Arc-flash analysis of utility power systems

Kevin A. Demeny



The electric utility business is an inherently dangerous area to work in with employees exposed to many potential hazards daily. One such hazard is an arc flash. An arc flash is a rapid release of energy, referred to as incident energy, caused by an electric arc. Due to the random nature and occurrence of an arc flash, one can only prepare and minimize the extent of harm to themself, other employees and damage to equipment due to such a violent event.

Effective January 1, 2009 the National Electric Safety Code (NESC) requires that an arc-flash assessment be performed by companies whose employees work on or near energized equipment to determine the potential exposure to an electric arc.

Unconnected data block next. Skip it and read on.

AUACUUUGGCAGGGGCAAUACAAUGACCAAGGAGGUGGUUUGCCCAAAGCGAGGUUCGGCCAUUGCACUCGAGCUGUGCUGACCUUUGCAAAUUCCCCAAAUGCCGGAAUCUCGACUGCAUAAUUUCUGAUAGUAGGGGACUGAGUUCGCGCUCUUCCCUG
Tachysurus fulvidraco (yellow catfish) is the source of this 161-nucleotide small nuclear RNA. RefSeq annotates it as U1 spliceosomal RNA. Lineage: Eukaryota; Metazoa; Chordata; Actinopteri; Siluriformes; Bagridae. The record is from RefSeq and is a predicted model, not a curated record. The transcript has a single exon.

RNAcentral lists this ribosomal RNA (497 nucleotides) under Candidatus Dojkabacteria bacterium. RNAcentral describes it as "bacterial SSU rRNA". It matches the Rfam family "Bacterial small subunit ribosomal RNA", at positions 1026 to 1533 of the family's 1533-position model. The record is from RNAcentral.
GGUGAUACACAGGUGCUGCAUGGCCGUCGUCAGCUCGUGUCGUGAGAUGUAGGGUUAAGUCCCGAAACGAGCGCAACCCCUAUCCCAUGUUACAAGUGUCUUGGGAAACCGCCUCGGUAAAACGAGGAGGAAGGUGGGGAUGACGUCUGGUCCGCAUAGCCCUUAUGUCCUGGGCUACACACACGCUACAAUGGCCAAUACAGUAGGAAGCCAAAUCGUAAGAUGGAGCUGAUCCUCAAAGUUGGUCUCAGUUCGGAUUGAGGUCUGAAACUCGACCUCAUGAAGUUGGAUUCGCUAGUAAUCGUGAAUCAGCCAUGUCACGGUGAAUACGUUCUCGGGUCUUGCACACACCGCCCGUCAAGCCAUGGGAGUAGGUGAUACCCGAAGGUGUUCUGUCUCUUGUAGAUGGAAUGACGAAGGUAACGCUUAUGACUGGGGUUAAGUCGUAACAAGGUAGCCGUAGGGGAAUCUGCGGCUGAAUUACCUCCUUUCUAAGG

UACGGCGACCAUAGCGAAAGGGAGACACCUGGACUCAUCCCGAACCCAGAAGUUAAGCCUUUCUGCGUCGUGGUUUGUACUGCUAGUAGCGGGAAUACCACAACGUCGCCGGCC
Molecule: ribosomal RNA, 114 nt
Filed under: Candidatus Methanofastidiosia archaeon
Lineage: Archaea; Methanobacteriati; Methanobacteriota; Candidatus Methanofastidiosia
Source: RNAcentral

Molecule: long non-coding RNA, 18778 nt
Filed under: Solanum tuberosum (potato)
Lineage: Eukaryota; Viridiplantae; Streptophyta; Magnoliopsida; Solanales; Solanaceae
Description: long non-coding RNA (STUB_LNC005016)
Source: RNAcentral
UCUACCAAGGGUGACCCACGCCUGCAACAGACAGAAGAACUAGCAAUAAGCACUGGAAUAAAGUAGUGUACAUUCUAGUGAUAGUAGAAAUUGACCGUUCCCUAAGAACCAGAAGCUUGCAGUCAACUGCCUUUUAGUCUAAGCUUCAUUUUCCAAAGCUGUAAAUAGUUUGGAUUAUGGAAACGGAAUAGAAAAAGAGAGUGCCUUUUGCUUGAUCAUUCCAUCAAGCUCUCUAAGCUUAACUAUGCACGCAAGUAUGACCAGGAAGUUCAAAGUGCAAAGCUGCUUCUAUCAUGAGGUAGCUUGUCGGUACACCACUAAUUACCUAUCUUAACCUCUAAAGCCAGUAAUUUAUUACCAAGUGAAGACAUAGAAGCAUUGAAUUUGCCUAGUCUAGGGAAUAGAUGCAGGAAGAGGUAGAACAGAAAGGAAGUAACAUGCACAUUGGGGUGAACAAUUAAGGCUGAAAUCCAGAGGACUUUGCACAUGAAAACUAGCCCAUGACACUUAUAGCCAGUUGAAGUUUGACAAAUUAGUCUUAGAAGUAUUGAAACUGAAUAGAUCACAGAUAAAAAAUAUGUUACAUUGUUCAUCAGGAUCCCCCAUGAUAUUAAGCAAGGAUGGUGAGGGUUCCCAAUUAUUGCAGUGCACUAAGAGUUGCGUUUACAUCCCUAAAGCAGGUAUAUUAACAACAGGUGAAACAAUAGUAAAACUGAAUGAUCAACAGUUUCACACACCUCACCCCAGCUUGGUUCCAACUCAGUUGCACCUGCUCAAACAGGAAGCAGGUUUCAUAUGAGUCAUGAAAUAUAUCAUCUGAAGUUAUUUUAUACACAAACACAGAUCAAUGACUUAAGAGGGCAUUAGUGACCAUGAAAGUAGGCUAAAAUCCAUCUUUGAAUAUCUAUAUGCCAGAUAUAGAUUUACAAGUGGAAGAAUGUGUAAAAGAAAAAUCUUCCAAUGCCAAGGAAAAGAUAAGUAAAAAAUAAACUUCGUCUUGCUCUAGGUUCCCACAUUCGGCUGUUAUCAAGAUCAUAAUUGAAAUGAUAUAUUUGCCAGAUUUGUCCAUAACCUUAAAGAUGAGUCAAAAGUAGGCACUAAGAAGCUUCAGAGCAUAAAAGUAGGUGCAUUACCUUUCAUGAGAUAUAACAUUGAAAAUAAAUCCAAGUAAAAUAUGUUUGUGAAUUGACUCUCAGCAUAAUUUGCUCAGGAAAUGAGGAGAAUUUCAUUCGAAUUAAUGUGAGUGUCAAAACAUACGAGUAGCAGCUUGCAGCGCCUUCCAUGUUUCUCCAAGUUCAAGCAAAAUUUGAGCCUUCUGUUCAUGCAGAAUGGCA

To comply with the NESC requirement, Minnesota Power’s (MP’s) current short circuit and relay coordination software package, ASPEN OneLinerTM and one of the first software packages to implement an arc-flash module, is used to conduct an arc-flash hazard analysis. At the same time, the package is benchmarked against equations provided in the IEEE Std. 1584-2002 and ultimately used to determine the incident energy levels on the MP transmission system.

This report goes into the depth of the history of arc-flash hazards, analysis methods, both software and empirical derived equations, issues of concern with calculation methods and the work conducted at MP. This work also produced two offline software products to conduct and verify an offline arc-flash hazard analysis.